There are many vaccines available for use on goats and several even labeled for goats. Remember that goat kids are not able to process the vaccine until they are 12 weeks of age. If they are vaccinated before then, remember to vaccinate them again after 12 weeks of age. Does are vaccinated against CD&T two to four weeks before kidding. This ensures that the doe's antibodies are boosted and passed to her kids in the clostrum.

Most vaccines are administered to goats SQ, under the skin. Follow proper technique when given vaccines. Use sterile needles and syringes. Use one sterile needle to draw the vaccine out of the bottle, and different needles to vaccinate your animals. This prevents the vaccine from becoming contaminated. Use a clean needle for each animal if at all possible. This prevents contamination and infection of the injection sight and prevents you from spreading any blood-borne disease. Keep vaccines cool in the summer. Take a small cooler and a ice pack to keep the vaccine cool until it is used. Vaccines should be given in the loose hide between the front legs or behind the front elbows. This way if an abscess or lump does appear it is not mistaken for a CL abscess should the doe be sold or shown.

Vaccines are available in different combinations, and by different manufacturers. Most of the differences between manufacturer are the combination of antibodies, (what diseases it protects against) and the carrier used to deliver the vaccine. Work with your local veterinarians, breeder's, and county extension agents to find out what you need to vaccinate for and what combination of drugs best suites your situation. Use a vaccine that you trust.

Toxoids are vaccines made to provide long term protection against an organism. Usually it takes 21-30 days for the vaccine to be effective against an exposure. Some vaccines offer coverage for one year; others just for six months. Antitoxins provide immediate short-term coverage and last approximately 7-21 days. Antitoxins are also used for treatment of a specific disease. Antiserum is used to provide antibodies to protect newborns with questionable immunity, and for treatment.


To control: anaphylactoid shock
Brand Name: Eprinephrine 1:1000
Availability: OTC
Indications: To treat anaphylactoid shock
Dosage: 1 ml per 100 lbs injected SQ
Goat Notes: Symptoms of anaphylactic shock include glassy eyes, rapid respiration, increased salivation, grinding teeth, staggering gait, tremors, and collapse. Always keep Epinephrine on hand, if a goat goes into anaphylactic shock you don't have but a couple of minutes to administer Epinephrine. Goats are specifically sensitive to penicillin injections. Usually anaphylactic symptoms are seen during the fourth of subsequent injections. Store in a cool dark place (refrigerate), do not use if product has turned brown or contains a precipitate.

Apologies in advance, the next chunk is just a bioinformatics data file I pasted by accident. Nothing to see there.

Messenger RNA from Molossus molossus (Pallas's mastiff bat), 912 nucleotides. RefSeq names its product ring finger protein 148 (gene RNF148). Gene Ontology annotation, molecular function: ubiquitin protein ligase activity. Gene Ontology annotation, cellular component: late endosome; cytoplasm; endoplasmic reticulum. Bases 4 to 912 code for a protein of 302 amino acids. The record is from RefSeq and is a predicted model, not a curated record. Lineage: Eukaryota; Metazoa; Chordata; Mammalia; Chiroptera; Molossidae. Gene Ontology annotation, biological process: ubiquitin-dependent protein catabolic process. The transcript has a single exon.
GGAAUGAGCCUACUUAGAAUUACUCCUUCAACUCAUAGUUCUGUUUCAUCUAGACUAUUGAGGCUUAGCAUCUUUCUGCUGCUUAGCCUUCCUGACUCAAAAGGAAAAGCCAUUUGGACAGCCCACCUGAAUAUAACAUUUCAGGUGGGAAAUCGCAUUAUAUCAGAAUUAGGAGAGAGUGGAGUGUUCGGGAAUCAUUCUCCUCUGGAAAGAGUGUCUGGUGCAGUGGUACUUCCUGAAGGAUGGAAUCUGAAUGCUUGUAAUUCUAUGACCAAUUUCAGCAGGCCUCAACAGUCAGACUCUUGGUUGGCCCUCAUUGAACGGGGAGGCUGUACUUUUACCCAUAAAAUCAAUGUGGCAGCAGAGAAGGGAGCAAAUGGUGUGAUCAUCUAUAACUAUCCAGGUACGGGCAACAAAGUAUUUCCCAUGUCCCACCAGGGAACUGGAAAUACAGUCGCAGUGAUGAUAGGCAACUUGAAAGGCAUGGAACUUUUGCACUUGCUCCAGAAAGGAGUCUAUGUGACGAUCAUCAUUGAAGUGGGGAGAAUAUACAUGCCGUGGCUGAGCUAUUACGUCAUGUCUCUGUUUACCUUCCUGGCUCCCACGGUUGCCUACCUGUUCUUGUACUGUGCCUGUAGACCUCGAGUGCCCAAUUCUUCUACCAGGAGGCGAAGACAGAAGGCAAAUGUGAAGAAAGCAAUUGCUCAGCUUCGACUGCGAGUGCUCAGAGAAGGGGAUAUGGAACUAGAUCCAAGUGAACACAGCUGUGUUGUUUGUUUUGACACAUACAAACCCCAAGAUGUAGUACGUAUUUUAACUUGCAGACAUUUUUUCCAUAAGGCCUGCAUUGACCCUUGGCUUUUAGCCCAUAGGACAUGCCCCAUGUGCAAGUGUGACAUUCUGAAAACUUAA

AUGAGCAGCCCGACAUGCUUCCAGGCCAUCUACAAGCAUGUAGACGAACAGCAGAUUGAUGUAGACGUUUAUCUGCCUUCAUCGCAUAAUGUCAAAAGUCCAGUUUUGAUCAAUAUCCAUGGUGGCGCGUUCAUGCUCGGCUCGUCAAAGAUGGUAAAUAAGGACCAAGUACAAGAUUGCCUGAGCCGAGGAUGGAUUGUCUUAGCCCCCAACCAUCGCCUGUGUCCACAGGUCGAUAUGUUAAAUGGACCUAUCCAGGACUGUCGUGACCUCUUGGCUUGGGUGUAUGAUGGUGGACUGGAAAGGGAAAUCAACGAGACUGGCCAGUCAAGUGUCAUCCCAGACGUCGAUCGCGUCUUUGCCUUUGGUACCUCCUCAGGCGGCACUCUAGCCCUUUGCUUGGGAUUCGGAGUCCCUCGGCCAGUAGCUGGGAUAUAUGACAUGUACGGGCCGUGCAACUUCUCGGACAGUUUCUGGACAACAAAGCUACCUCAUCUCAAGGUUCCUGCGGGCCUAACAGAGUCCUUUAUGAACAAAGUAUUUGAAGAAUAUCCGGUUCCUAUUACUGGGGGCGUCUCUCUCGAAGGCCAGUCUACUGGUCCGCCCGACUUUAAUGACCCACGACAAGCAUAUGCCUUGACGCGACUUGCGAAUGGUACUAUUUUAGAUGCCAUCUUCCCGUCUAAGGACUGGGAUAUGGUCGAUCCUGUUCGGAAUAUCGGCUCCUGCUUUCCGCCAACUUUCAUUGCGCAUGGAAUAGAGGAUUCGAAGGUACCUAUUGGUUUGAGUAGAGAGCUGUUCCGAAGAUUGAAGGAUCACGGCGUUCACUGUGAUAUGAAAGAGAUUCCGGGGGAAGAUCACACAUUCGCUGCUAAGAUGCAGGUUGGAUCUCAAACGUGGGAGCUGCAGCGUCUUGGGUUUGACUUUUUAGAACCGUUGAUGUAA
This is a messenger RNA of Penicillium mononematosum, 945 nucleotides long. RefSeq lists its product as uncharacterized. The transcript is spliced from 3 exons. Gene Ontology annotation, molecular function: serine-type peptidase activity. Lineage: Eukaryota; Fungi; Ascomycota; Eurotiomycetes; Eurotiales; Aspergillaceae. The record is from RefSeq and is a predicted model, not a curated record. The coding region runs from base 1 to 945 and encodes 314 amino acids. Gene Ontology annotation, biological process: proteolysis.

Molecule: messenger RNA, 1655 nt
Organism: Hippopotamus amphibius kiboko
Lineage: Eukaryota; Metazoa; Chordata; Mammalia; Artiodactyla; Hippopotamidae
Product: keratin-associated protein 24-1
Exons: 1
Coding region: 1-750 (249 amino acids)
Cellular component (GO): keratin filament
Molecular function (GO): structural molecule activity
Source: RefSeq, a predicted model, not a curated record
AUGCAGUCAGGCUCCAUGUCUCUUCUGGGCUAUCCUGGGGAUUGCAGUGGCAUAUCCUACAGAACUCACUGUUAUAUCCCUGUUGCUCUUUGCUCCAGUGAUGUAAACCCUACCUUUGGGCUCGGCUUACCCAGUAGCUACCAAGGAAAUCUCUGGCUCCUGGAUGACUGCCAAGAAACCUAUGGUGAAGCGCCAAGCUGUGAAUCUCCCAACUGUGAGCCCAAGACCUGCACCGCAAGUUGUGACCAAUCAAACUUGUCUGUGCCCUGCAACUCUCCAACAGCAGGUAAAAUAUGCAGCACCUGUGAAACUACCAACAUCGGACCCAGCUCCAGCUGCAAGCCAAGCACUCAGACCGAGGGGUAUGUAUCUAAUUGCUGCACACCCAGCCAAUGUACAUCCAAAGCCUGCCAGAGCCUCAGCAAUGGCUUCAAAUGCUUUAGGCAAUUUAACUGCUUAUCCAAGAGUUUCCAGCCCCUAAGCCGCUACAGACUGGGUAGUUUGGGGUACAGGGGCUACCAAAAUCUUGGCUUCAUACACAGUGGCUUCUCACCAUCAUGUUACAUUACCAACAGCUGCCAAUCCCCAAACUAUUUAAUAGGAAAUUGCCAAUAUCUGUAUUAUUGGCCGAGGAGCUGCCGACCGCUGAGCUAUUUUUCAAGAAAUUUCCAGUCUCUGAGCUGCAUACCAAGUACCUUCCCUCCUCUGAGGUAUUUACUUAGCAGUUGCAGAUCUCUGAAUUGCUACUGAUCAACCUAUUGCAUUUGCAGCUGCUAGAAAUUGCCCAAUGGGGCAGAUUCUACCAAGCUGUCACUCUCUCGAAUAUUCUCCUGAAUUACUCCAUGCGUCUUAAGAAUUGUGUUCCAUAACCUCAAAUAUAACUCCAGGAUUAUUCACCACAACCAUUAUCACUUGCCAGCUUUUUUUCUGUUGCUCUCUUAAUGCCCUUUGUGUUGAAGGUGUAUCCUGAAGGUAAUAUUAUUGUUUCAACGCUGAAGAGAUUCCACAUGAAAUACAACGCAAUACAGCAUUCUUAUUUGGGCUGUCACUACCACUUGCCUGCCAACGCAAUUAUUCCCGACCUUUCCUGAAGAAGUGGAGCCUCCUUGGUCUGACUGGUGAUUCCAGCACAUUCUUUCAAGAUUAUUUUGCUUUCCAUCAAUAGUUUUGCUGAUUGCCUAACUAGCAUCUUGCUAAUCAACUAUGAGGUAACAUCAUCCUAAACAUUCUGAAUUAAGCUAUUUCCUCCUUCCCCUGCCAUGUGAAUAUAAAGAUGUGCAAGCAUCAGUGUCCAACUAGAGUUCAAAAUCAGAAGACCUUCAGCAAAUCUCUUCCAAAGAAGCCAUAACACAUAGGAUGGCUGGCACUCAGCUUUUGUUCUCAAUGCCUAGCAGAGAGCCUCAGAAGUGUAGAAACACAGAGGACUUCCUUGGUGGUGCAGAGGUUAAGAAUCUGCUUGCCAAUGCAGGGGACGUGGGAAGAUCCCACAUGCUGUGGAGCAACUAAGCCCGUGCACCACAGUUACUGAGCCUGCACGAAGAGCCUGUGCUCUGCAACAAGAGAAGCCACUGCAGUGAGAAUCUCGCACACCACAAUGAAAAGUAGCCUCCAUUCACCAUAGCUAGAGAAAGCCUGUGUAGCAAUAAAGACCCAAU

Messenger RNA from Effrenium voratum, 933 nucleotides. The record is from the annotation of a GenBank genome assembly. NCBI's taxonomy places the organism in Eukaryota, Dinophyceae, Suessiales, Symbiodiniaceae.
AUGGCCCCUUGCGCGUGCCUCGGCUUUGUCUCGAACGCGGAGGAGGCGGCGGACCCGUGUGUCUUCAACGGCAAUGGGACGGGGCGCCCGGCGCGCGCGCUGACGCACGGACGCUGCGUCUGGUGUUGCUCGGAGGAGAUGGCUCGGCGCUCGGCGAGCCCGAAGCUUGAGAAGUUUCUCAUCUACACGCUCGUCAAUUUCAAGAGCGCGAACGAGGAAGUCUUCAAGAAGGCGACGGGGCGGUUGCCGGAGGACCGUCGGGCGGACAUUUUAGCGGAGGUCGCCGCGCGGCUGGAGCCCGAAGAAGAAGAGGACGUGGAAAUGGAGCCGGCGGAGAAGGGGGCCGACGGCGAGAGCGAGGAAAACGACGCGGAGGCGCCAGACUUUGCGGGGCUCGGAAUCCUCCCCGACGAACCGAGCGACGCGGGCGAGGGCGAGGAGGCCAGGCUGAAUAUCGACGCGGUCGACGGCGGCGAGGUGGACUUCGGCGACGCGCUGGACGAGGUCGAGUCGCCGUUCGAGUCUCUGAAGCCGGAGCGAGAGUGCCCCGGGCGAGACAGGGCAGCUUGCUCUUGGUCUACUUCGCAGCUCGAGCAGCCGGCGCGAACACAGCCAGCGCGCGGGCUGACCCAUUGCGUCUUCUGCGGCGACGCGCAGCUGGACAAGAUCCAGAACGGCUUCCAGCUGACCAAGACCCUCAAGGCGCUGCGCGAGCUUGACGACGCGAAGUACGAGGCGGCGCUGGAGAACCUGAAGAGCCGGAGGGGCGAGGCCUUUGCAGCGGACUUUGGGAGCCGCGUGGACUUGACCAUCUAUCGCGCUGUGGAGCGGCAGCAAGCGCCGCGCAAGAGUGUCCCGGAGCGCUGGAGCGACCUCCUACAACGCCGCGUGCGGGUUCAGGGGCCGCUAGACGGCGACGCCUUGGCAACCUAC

To control: Clostridium perfrigens Type C & D
Brand Name: Bar-Vac CD/T, Vision CD & T, Ultrabac CD, Covexin 8, Vision 7, Clostridial 7 & 8 way, Fortress 7 & 8
Availability: OTC
Withdrawal: 21 days before slaughter
Indications: For use in healthy animals to aid in the prevention of entertoxemia caused by Clostridium perfrigens types C & D, and tetanus (Clostridium tetani)
Dosage: 2cc initial dose, followed by 2cc 21-30 days later.
Goat Notes: Injection site lumps and abscesses are common. Use proper technique to prevent secondary infection at injection site. Some of the 7 and 8 way vaccines such as Vision 7, and the Clostridial 7 and 8 ways do not contain the tetanus toxiod vaccine. Vaccinate does within 30 days of kidding. Breakthrough is common with any clostridia vaccine. Revaccinate every 3-6 months if you have frequent outbreaks of entertoxemia, or if goats are on full feed.

To control: Clostridium perfrigens Type C & D
Brand Name: C & D Antitoxin (Beohringer), Bovine Ecolizer + C,
Availability: OTC
Withdrawal: 21 days before slaughter
Indications: For prevention and treatment of enterotoxemia.
Dosage: C & D Antitoxin - 3 ml SQ or IM, double dosage for theorputic use
Goat Notes: The Bovine Ecolizer + C is an oral vaccine that provides protection against Clostridium perfrigens Type C and E.Coli when given at birth. This, or the antitoxin can be used in cases where the vaccination history of the doe is questionable. Clostridium perfrigens Type C attacks young kids up to 7 days of age. Type D is the strain that older goats get. Clostridium bacteria live in the dirt and are naturally found in the rumen. (tetanus is a clostridium bacteria). When the ph in the rumen becomes acidic these bacteria grow out of control. The antitoxin needs to be given upon first symptoms.